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Three types of killer whales in the Northeastern Pacific Ocean

Left and right dorsal fin and saddle patch ID photograph of Southern Resident orca, J27

Centre for Whale Research © 2020.

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Killer whales are second only to humans as the most widely distributed mammal on earth. The species is found in all oceans, but is most commonly found in coastal waters at cooler latitudes. Their widespread distribution and their closely knit social structure have had the effect of producing distinctive populations that do not intermix. In the Northeastern Pacific Ocean, three distinct ecotype forms are recognized: Residents, Bigg's Transients, and Offshores. 

Most familiar are the Resident killer whales. They are commonly found in social groups called pods that usually number 10 to 25 or more whales. Resident pods inhabit coastal waters where their most reliable or preponderant food source, salmon, is available, particularly Chinook salmon that were historically available year-round.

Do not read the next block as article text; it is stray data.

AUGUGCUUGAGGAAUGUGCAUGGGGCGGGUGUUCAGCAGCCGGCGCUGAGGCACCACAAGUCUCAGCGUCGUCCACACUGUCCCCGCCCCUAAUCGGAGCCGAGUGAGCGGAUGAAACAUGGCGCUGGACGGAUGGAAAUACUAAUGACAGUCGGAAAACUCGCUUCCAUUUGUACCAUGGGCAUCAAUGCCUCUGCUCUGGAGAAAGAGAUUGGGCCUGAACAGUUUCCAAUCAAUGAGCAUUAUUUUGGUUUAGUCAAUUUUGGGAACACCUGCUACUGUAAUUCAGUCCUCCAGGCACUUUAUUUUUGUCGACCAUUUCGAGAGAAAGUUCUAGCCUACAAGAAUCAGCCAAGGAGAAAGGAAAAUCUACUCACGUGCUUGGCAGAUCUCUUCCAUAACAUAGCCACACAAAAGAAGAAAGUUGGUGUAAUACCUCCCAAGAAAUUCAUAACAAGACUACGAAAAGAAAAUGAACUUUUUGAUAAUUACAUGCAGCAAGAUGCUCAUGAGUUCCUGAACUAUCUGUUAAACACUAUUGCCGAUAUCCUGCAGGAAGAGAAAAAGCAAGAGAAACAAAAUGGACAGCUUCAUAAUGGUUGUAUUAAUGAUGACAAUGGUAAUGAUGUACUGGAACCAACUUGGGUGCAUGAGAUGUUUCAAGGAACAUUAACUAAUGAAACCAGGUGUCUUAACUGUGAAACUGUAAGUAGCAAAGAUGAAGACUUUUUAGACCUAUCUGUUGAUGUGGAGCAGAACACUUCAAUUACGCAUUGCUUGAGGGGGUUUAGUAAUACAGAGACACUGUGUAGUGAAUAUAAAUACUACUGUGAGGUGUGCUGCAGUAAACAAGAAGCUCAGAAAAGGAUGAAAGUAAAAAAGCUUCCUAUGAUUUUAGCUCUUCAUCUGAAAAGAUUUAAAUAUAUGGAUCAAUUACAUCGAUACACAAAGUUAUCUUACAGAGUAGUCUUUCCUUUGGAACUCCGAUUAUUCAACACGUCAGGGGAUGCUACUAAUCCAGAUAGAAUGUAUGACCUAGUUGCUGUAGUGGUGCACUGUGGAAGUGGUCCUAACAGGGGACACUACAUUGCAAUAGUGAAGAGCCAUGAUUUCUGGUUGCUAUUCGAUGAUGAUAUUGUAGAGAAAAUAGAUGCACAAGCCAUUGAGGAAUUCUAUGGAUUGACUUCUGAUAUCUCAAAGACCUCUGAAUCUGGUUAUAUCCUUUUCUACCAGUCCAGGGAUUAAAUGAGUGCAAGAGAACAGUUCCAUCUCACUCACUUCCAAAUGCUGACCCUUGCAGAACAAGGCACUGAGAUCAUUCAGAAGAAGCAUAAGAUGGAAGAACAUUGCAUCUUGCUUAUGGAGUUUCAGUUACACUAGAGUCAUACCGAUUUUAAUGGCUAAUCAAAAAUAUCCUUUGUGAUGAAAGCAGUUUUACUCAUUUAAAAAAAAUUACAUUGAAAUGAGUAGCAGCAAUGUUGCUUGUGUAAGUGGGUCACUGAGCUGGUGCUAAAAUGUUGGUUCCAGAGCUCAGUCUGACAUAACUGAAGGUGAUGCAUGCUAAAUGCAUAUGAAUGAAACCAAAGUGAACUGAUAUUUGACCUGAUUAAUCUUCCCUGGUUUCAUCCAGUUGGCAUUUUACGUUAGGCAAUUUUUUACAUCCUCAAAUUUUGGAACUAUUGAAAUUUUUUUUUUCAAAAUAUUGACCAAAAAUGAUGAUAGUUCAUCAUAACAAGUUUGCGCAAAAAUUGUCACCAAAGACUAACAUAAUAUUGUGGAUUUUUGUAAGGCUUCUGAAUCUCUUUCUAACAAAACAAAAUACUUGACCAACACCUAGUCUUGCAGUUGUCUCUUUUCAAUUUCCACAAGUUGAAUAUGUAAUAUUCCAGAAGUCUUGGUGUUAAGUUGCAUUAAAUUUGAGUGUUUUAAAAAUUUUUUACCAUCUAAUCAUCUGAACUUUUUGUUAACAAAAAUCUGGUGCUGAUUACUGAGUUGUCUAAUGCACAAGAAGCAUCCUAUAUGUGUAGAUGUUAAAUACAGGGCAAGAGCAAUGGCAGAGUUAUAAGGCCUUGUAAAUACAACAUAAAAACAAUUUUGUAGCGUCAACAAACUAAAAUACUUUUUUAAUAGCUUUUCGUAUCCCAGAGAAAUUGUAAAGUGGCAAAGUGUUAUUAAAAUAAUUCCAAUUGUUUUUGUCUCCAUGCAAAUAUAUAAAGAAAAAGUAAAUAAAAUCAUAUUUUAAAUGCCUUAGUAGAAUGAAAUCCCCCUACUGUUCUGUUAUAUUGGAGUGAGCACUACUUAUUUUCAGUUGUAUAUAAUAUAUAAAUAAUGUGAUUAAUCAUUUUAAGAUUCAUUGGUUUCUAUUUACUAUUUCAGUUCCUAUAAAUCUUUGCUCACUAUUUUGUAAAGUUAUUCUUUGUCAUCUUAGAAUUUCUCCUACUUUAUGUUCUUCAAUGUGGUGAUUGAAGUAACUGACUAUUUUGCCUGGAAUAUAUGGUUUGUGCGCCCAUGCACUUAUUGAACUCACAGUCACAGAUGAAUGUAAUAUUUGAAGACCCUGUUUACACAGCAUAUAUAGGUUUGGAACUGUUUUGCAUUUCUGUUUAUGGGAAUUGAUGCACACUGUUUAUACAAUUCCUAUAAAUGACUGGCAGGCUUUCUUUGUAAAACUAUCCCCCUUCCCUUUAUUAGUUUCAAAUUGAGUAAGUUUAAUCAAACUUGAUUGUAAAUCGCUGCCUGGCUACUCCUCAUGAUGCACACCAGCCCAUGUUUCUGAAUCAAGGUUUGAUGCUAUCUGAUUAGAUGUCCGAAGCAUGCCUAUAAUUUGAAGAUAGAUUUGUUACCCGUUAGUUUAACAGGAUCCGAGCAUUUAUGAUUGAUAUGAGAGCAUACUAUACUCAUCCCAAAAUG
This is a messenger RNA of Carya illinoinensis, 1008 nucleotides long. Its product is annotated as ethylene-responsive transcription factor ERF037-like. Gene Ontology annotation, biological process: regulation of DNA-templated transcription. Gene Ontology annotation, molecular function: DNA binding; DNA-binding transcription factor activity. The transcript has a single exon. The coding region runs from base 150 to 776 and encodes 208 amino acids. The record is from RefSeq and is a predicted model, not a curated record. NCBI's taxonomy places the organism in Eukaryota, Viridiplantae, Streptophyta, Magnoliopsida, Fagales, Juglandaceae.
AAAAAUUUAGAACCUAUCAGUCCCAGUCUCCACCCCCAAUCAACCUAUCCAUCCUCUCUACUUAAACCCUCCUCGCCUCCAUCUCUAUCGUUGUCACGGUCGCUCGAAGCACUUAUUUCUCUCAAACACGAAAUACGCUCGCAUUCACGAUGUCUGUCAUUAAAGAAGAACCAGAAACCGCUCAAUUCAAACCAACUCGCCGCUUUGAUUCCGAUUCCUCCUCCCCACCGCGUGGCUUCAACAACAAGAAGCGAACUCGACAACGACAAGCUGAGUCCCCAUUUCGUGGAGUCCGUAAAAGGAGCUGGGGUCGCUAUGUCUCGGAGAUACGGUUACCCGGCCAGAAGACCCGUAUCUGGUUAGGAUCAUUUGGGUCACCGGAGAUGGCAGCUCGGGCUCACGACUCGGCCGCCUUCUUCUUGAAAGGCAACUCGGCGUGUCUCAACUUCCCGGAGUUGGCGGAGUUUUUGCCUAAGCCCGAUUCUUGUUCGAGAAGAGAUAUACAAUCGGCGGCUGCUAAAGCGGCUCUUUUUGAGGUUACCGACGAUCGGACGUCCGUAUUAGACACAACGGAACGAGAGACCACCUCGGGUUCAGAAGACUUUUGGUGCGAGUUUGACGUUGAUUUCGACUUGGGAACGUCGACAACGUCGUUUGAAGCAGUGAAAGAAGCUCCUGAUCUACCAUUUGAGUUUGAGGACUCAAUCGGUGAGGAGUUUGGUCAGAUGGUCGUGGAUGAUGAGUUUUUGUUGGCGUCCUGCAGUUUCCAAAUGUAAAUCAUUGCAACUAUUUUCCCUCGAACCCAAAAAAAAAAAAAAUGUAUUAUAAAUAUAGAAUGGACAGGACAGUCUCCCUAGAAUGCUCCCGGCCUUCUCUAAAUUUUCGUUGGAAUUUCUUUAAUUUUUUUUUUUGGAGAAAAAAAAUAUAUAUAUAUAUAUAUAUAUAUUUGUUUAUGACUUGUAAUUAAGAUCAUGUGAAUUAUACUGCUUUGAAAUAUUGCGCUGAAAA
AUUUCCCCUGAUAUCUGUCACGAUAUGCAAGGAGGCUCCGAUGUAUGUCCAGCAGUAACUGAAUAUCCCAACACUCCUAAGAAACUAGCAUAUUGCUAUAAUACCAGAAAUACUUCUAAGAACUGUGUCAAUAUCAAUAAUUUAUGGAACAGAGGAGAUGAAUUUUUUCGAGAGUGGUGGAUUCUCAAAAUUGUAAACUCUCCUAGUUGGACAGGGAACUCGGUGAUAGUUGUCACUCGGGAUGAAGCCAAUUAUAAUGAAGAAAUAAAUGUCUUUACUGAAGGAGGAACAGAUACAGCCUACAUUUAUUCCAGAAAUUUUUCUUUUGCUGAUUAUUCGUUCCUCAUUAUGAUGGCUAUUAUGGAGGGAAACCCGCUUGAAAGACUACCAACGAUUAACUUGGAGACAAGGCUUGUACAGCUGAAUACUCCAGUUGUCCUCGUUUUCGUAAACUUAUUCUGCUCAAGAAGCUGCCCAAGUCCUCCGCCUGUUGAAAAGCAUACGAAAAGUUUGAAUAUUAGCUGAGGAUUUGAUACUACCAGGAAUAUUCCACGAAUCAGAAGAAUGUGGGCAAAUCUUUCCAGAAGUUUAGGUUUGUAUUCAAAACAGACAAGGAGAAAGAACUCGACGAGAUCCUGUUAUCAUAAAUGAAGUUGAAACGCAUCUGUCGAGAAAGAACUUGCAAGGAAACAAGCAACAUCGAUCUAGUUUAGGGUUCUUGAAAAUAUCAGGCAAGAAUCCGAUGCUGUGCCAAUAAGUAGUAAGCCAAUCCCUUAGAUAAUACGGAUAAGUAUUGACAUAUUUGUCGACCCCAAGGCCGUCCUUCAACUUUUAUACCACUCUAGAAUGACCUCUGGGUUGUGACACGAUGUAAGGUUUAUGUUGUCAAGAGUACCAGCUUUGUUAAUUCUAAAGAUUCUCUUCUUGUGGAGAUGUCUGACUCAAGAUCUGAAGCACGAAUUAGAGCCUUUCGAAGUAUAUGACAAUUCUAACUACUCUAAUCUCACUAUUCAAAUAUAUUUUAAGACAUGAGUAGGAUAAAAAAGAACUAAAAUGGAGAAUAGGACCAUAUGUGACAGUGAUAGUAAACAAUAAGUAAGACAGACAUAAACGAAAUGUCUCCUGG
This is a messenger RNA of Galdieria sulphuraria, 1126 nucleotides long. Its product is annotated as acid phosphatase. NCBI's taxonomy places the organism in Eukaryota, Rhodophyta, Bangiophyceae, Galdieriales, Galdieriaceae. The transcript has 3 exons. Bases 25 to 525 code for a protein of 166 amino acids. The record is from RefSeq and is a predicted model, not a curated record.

Bigg's Transient killer whales have a markedly different lifestyle. They travel over a wider range, typically in small groups, but occasionally aggregating into larger groups. The diet of the Bigg's transients is predominantly other marine mammals, such as seals and porpoises. 

The Offshores have been the least studied. They are usually found in large pods well offshore. They appear to feed mostly on fish and may have a taste for shark. 

The three populations also differ from each other in several morphological features. The shape of the tip of the dorsal fin and the saddle patch are key identifying elements.


Note. Orcas' left and right side saddle patch can vary dramatically in shape (see J27 photographs above).

Resident orcas: Dorsal fin has rounded tip, but usually with a sharper angle at the rear corner. Open saddle patches are common, with significant variations in shape.

Bigg's Transient orcas: Dorsal fin tip generally pointed. Saddle patch large and uniformly grey. There have been no open saddles documented in Bigg's Transients identified to date.

Offshore orcas: Dorsal fin continuously rounder over the tip, usually lacks the sharper angle at the rear corner. Saddle patch either solid gray or occasionally open.

Learn more about the Southern Resident orcas on the About Orcas page of


Dorsal fin and saddle patch ID photograph of Bigg's Transient orca, T46E

Centre for Whale Research © 2020.

This material and illustrations appear in KILLER WHALES Magnificent Creatures of the Salish Sea by Ken Balcomb and Rick Chandler, Bainbridge Island Historical Museum and the Centre for Whale Research © 2016. Used with permission.


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